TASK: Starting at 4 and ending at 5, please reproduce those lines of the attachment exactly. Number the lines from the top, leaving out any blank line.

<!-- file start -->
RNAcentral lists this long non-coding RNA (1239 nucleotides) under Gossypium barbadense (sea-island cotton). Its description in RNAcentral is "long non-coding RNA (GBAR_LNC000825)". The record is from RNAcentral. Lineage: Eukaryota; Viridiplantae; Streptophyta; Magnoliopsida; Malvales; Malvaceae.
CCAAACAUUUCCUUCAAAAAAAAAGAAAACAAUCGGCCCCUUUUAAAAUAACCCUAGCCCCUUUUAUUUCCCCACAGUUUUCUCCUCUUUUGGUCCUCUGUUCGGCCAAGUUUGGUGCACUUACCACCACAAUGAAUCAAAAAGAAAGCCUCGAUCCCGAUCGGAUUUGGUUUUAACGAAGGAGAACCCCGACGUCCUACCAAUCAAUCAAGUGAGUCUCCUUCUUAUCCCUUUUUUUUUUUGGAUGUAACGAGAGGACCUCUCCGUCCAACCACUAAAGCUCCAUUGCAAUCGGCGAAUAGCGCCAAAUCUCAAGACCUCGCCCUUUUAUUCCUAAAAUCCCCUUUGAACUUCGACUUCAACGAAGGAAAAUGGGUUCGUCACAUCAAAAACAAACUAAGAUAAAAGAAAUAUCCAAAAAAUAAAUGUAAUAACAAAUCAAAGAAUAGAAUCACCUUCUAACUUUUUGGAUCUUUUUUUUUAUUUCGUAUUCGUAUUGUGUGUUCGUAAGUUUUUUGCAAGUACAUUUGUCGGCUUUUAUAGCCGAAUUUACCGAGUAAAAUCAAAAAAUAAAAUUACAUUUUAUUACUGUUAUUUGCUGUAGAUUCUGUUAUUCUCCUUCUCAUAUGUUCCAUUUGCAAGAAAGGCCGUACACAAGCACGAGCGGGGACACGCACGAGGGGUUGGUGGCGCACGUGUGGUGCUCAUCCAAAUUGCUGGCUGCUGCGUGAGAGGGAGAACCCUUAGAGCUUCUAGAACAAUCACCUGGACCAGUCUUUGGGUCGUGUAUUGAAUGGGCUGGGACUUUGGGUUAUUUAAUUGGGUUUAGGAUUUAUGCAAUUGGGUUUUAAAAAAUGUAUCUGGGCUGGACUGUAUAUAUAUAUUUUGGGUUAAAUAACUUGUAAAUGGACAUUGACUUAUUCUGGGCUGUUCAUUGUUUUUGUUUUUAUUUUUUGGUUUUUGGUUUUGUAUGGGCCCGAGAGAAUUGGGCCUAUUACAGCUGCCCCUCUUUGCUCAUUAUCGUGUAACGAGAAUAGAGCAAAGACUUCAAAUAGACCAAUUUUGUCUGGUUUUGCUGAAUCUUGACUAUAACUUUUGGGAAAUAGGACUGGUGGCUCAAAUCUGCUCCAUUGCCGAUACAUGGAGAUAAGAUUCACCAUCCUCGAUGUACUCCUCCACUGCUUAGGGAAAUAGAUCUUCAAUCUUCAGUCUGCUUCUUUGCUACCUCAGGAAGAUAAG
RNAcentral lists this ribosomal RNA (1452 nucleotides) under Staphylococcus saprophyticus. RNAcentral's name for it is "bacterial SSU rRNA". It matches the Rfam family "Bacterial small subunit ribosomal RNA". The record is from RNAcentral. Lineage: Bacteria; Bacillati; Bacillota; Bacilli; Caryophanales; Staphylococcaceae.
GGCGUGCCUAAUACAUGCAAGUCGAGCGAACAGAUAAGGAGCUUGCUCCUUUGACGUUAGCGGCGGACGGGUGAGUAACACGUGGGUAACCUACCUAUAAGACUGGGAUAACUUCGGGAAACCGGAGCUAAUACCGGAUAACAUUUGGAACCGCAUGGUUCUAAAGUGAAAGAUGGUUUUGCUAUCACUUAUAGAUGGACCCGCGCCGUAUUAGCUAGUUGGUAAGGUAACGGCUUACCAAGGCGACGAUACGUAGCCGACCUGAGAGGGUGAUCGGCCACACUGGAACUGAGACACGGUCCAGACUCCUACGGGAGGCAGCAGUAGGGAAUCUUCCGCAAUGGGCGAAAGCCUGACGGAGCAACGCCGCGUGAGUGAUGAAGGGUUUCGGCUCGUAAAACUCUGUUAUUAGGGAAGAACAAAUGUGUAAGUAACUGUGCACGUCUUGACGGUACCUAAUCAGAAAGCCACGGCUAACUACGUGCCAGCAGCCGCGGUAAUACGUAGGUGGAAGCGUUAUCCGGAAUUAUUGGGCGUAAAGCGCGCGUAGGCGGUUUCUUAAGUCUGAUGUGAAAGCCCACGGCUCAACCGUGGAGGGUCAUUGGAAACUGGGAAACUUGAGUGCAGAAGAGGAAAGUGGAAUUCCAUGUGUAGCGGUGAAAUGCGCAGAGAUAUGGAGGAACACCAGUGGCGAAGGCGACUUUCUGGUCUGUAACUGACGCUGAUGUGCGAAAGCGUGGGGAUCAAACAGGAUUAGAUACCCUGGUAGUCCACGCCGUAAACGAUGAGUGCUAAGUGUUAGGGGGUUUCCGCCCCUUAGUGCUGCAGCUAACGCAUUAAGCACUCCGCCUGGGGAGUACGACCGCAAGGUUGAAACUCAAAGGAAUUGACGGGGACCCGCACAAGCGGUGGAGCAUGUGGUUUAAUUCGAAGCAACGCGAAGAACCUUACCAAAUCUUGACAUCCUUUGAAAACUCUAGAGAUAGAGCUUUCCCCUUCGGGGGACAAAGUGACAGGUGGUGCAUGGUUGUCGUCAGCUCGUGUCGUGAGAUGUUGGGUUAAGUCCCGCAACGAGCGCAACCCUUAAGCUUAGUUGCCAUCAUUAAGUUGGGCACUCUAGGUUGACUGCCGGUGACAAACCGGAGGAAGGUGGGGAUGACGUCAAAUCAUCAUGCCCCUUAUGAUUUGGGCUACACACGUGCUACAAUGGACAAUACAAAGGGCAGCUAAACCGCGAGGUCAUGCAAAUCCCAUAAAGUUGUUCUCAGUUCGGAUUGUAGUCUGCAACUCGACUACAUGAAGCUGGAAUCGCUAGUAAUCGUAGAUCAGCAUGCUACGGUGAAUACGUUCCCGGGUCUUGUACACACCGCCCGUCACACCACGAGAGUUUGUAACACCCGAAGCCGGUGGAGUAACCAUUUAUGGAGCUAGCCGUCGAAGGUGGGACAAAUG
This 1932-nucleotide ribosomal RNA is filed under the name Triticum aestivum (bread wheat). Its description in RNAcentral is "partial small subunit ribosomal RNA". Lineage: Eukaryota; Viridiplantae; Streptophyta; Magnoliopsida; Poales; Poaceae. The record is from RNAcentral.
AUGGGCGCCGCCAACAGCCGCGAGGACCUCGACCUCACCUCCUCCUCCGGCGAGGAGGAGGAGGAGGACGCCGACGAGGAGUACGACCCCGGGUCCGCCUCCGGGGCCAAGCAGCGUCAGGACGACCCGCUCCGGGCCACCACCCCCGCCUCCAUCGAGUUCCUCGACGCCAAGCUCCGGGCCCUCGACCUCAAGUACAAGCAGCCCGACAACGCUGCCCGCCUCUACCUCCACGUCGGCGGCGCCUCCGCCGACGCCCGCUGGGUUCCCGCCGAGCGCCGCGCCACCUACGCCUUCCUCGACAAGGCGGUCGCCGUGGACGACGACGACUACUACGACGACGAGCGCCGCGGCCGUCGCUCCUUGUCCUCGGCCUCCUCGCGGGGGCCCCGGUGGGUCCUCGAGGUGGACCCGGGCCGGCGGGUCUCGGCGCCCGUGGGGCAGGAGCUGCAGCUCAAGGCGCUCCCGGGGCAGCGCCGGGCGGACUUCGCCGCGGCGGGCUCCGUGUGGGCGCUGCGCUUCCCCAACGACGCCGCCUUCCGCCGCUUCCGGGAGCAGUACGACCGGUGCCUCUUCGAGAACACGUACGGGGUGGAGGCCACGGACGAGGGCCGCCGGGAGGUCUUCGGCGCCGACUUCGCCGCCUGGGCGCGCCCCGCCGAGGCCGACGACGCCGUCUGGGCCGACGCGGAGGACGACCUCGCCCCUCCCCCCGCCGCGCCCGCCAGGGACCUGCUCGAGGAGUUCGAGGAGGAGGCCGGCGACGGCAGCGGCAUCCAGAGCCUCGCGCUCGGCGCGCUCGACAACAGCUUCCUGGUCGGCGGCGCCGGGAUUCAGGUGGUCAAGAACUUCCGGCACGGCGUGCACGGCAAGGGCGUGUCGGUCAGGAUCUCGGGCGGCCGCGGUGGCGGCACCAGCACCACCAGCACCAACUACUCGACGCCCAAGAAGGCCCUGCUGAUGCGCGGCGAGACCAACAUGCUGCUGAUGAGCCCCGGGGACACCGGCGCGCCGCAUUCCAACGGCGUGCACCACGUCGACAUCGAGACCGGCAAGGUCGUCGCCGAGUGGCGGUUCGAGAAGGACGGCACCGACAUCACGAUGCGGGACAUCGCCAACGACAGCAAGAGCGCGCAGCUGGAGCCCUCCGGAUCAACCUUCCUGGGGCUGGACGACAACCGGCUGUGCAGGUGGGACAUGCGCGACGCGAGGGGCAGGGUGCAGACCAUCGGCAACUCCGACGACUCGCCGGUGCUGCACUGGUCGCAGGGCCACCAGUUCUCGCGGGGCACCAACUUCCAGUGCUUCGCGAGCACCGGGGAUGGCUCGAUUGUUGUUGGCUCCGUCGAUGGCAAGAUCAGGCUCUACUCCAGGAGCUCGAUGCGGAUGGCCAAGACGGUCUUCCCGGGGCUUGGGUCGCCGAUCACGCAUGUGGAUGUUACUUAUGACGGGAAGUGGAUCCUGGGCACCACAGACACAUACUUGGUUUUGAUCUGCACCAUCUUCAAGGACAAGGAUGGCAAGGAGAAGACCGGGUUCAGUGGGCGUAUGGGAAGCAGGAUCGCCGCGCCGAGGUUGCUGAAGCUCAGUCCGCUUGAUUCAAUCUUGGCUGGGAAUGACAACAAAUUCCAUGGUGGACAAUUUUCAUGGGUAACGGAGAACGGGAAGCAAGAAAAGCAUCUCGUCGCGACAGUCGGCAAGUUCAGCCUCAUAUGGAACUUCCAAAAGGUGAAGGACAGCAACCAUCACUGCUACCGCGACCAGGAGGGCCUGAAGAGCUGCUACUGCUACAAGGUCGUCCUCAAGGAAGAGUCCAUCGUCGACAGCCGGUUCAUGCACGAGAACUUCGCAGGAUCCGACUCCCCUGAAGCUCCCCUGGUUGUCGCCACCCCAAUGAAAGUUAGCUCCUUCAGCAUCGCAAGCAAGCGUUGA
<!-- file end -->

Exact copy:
GGCGUGCCUAAUACAUGCAAGUCGAGCGAACAGAUAAGGAGCUUGCUCCUUUGACGUUAGCGGCGGACGGGUGAGUAACACGUGGGUAACCUACCUAUAAGACUGGGAUAACUUCGGGAAACCGGAGCUAAUACCGGAUAACAUUUGGAACCGCAUGGUUCUAAAGUGAAAGAUGGUUUUGCUAUCACUUAUAGAUGGACCCGCGCCGUAUUAGCUAGUUGGUAAGGUAACGGCUUACCAAGGCGACGAUACGUAGCCGACCUGAGAGGGUGAUCGGCCACACUGGAACUGAGACACGGUCCAGACUCCUACGGGAGGCAGCAGUAGGGAAUCUUCCGCAAUGGGCGAAAGCCUGACGGAGCAACGCCGCGUGAGUGAUGAAGGGUUUCGGCUCGUAAAACUCUGUUAUUAGGGAAGAACAAAUGUGUAAGUAACUGUGCACGUCUUGACGGUACCUAAUCAGAAAGCCACGGCUAACUACGUGCCAGCAGCCGCGGUAAUACGUAGGUGGAAGCGUUAUCCGGAAUUAUUGGGCGUAAAGCGCGCGUAGGCGGUUUCUUAAGUCUGAUGUGAAAGCCCACGGCUCAACCGUGGAGGGUCAUUGGAAACUGGGAAACUUGAGUGCAGAAGAGGAAAGUGGAAUUCCAUGUGUAGCGGUGAAAUGCGCAGAGAUAUGGAGGAACACCAGUGGCGAAGGCGACUUUCUGGUCUGUAACUGACGCUGAUGUGCGAAAGCGUGGGGAUCAAACAGGAUUAGAUACCCUGGUAGUCCACGCCGUAAACGAUGAGUGCUAAGUGUUAGGGGGUUUCCGCCCCUUAGUGCUGCAGCUAACGCAUUAAGCACUCCGCCUGGGGAGUACGACCGCAAGGUUGAAACUCAAAGGAAUUGACGGGGACCCGCACAAGCGGUGGAGCAUGUGGUUUAAUUCGAAGCAACGCGAAGAACCUUACCAAAUCUUGACAUCCUUUGAAAACUCUAGAGAUAGAGCUUUCCCCUUCGGGGGACAAAGUGACAGGUGGUGCAUGGUUGUCGUCAGCUCGUGUCGUGAGAUGUUGGGUUAAGUCCCGCAACGAGCGCAACCCUUAAGCUUAGUUGCCAUCAUUAAGUUGGGCACUCUAGGUUGACUGCCGGUGACAAACCGGAGGAAGGUGGGGAUGACGUCAAAUCAUCAUGCCCCUUAUGAUUUGGGCUACACACGUGCUACAAUGGACAAUACAAAGGGCAGCUAAACCGCGAGGUCAUGCAAAUCCCAUAAAGUUGUUCUCAGUUCGGAUUGUAGUCUGCAACUCGACUACAUGAAGCUGGAAUCGCUAGUAAUCGUAGAUCAGCAUGCUACGGUGAAUACGUUCCCGGGUCUUGUACACACCGCCCGUCACACCACGAGAGUUUGUAACACCCGAAGCCGGUGGAGUAACCAUUUAUGGAGCUAGCCGUCGAAGGUGGGACAAAUG
This 1932-nucleotide ribosomal RNA is filed under the name Triticum aestivum (bread wheat). Its description in RNAcentral is "partial small subunit ribosomal RNA". Lineage: Eukaryota; Viridiplantae; Streptophyta; Magnoliopsida; Poales; Poaceae. The record is from RNAcentral.